updated 7/19/2007 6:39:15 PM ET 2007-07-19T22:39:15

Botulism poisoning from commercially canned foods has been virtually eliminated in the United States, making the new cases linked to hot dog chili sauce all the more striking.

  1. Don't miss these Health stories
    1. Splash News
      More women opting for preventive mastectomy - but should they be?

      Rates of women who are opting for preventive mastectomies, such as Angeline Jolie, have increased by an estimated 50 percent in recent years, experts say. But many doctors are puzzled because the operation doesn't carry a 100 percent guarantee, it's major surgery -- and women have other options, from a once-a-day pill to careful monitoring.

    2. Larry Page's damaged vocal cords: Treatment comes with trade-offs
    3. Report questioning salt guidelines riles heart experts
    4. CDC: 2012 was deadliest year for West Nile in US
    5. What stresses moms most? Themselves, survey says

On Thursday, the Food and Drug Administration, Agriculture Department and Centers for Disease Control and Prevention were investigating a Castleberry’s Food Co. plant in Augusta, Ga., where the suspect product was canned. An equipment malfunction may be responsible for the contamination, the Agriculture Department said.

Four people have been hospitalized; they are expected to survive.

Botulism is a muscle-paralyzing disease caused by a toxin made by a bacterium, Clostridium botulinum. Such bacteria are commonly found in soil.

Production problem
Typically, commercially canned foods are heated long enough and to high enough temperatures to kill the spores that otherwise can grow and produce the toxin. If canned foods are underprocessed, the bacteria can thrive in the oxygen-poor environment inside the sealed containers.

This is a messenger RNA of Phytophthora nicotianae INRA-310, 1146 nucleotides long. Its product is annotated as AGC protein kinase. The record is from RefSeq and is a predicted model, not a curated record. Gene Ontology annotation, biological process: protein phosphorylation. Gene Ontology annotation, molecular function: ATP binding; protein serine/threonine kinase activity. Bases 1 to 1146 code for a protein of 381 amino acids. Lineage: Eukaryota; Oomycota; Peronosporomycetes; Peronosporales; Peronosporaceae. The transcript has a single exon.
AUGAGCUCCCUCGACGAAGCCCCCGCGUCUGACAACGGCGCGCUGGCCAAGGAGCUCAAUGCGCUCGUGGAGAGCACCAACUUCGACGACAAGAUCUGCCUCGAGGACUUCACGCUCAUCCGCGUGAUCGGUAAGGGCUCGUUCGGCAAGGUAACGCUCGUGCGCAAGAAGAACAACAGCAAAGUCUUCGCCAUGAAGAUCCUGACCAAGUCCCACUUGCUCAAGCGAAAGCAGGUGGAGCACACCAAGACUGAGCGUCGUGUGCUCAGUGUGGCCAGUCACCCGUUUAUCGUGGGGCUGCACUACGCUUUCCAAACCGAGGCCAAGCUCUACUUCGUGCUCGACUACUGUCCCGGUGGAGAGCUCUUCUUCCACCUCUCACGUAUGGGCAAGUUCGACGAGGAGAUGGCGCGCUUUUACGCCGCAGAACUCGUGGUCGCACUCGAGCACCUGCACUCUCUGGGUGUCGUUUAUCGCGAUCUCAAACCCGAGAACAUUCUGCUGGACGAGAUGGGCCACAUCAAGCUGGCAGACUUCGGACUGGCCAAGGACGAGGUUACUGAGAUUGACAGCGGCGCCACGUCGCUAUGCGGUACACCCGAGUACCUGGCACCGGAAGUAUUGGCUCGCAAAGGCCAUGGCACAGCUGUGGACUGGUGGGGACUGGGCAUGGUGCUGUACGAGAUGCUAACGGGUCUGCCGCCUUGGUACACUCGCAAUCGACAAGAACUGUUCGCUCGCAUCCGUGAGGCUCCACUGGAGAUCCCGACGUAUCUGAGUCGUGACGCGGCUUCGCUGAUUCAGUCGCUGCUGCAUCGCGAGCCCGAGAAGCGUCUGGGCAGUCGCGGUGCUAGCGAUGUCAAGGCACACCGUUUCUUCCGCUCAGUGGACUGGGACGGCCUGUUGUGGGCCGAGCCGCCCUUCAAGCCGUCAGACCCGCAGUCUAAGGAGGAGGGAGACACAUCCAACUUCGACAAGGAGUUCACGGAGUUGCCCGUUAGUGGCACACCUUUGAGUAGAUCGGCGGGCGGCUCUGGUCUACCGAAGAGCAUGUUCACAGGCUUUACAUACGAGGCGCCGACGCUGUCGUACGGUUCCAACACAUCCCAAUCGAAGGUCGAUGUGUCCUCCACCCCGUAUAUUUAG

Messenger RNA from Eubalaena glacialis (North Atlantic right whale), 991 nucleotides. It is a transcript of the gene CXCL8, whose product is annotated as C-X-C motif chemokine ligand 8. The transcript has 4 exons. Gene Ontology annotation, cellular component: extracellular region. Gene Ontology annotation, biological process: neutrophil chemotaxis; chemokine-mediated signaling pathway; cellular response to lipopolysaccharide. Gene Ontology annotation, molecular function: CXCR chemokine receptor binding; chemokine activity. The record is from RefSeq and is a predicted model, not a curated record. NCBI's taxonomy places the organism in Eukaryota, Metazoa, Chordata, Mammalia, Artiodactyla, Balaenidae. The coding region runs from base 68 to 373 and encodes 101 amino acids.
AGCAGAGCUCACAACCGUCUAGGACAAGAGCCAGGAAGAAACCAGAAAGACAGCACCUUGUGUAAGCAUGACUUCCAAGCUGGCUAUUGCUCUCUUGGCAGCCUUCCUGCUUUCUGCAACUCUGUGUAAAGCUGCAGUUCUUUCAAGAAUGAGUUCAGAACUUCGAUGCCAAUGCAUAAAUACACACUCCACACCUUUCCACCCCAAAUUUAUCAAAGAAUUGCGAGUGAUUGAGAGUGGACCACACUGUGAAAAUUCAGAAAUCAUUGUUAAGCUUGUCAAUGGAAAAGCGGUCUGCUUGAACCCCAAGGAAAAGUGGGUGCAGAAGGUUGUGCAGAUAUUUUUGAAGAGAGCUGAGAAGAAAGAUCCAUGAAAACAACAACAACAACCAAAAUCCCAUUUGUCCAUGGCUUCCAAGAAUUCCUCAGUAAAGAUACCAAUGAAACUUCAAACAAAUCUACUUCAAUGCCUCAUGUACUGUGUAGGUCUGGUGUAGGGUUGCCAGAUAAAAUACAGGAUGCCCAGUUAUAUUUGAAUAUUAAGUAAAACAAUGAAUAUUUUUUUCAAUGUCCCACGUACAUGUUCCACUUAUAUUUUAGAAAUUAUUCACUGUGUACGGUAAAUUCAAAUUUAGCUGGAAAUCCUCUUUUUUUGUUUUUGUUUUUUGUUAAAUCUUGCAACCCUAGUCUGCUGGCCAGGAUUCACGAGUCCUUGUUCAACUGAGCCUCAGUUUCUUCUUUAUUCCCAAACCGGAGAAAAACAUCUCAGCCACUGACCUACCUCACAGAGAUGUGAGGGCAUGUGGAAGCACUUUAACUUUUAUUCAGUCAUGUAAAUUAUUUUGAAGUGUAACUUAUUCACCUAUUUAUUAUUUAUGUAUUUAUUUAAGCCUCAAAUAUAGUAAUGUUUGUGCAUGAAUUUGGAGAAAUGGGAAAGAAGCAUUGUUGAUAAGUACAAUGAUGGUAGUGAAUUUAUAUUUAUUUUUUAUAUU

Food packaged in defective cans, including those with leaky seams, can become contaminated because the bacteria can be sucked into the containers as the product cools, according to health officials.

Indeed, the company experienced a production problem about two months ago, when cans were being overheated — which can cause them to expand enough to allow in contamination — before being cooled, spokesman Dave Melbourne said. Production was halted until the foods being canned at the time could be checked. Those checks found no problems, Melbourne added.

Each year, the CDC records roughly 25 cases of foodborne botulism poisoning. Most involve home-canned foods. Some fermented whale and other traditional foods prepared by Alaska natives also have been implicated in outbreaks.

CDC medical epidemiologist Dr. Michael Lynch said the last U.S. case of botulism linked to commercially sold canned food dates to the 1970s.

One food safety expert said the new outbreak was disturbing.

“It raises concerns that the existing food safety programs that have been functioning are losing ground because of gaps in FDA oversight,” said Caroline Smith DeWaal, director of food safety for consumer group Center for Science in the Public Interest.

‘Mistakes can happen’
The FDA’s Dr. David Acheson, the agency’s lead official on food safety, called the outbreak a rare event.

“Things you can have a great deal of faith in can fail. Mistakes can happen. The critical part is when mistakes happen, the federal agencies get alerted quickly and react to them and contain the problem,” Acheson said.

Symptoms of botulism include double or blurred vision, drooping eyelids, slurred speech, difficulty swallowing, dry mouth and muscle weakness that moves down the body. Eventually, paralysis can cause a person to stop breathing and die, unless supported by a ventilator. Botulism is fatal in about 8 percent of cases; most victims eventually recover after weeks to months of care.

Botulinum toxin is extremely potent. Even opening a contaminated can may expose consumers to the toxin if it is inhaled, swallowed or absorbed through the eye or breaks in the skin, health officials said.

Yet small doses of an FDA-approved product made from the toxin are routinely used to paralyze or weaken the muscles that can cause facial wrinkles. The product is best known by its trade name: Botox.

The FDA warned consumers to throw away 10-ounce cans of Castleberry’s, Austex and Kroger brands of hot dog chili sauce with “best by” dates from April 30, 2009, through May 22, 2009. Castleberry’s, owned by Bumble Bee Seafoods LLC, has recalled the products flagged by the FDA, as well as seven others produced at the same time.

© 2013 The Associated Press. All rights reserved. This material may not be published, broadcast, rewritten or redistributed.

Discuss:

Discussion comments

,

Most active discussions

  1. votes comments
  2. votes comments
  3. votes comments
  4. votes comments